Doll Poncho

I have been working on a crochet blanket since September but progress on it is very slow.  I needed a break and decided to crochet my dolls a poncho.

I used the K-sized crochet hook and the left over Red Heart yarn from my koala and sheep.  I really liked that Yarnpirations had a video that I could follow along when I needed it.  It was simpler than I had thought it would be but I think that is because I was able to watch the video to see it being done.

Since I was using left over yarn, the collar is only 9 stitches wide.  The collar is sort of awkward size, if I had it to redo, I probably would have used 6 or 7 slip stitches.  9 stitches does not fold over as nicely.  I guess I can always hand stitch the “corners” of the neckline down to get a nicely folded collar.  Also, the sides are only 4 slip stitches wide.

 

 

 

 

http://www.yarnspirations.com/patterns/poncho-for-you-and-me.html?id=200055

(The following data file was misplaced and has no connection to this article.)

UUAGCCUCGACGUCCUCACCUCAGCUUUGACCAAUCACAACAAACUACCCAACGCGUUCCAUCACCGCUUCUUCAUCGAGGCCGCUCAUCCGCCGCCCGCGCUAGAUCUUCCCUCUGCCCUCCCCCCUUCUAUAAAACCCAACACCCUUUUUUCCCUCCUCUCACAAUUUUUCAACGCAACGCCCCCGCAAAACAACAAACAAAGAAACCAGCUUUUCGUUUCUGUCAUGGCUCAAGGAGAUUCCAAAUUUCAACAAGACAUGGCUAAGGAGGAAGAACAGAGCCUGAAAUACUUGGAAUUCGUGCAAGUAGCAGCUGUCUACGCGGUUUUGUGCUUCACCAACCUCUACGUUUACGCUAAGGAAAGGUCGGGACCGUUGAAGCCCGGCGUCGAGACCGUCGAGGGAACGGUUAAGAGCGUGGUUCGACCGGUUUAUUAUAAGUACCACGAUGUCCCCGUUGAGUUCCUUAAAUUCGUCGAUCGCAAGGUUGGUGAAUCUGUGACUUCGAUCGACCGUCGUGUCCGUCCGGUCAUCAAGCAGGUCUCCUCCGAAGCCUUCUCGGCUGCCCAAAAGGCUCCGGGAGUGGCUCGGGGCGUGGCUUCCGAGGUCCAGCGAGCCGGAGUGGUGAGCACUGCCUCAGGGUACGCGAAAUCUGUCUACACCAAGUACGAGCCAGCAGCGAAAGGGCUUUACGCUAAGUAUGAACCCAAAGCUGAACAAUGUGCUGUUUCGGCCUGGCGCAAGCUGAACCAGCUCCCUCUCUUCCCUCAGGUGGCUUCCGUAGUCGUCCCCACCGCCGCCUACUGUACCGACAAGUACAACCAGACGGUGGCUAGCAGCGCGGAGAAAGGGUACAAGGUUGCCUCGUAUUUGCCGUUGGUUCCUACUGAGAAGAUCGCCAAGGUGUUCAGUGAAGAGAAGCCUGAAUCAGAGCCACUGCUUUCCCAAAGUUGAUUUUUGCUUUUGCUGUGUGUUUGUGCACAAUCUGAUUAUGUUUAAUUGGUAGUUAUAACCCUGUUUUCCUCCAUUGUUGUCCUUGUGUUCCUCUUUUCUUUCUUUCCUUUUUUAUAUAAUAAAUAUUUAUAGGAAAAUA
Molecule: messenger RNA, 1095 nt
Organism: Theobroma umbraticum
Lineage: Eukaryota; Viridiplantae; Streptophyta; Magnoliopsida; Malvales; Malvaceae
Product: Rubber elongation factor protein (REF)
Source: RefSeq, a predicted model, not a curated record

Doll Clothing Week- Heritage Doll Clothes Book Review Part 2

I wanted to be able to give a good review of the Heritage Doll Clothes book by Joan Hinds, so that meant at least making 2 different outfits from the book.  For the second outfit, I picked out the square collared party dress for Samantha.

Here is my only complaint about the book.  The fabric listed for the square collared party dress is silk.  I feel that a silk party dress would be more appropriate for an adult collector like myself than a child.  While silk may be time period appropriate, the clothing is still a toy that needs to be easy to care for. A silk dress is not something that you would throw in the washer and or dryer to clean.  Plus, the main reason we all make doll clothes is to get a better quality item at a more affordable price.  I know I have made my dolls a silk dress but it was left over fabric from the dress I made myself.  I didn’t go purchase the fabric to especially make it.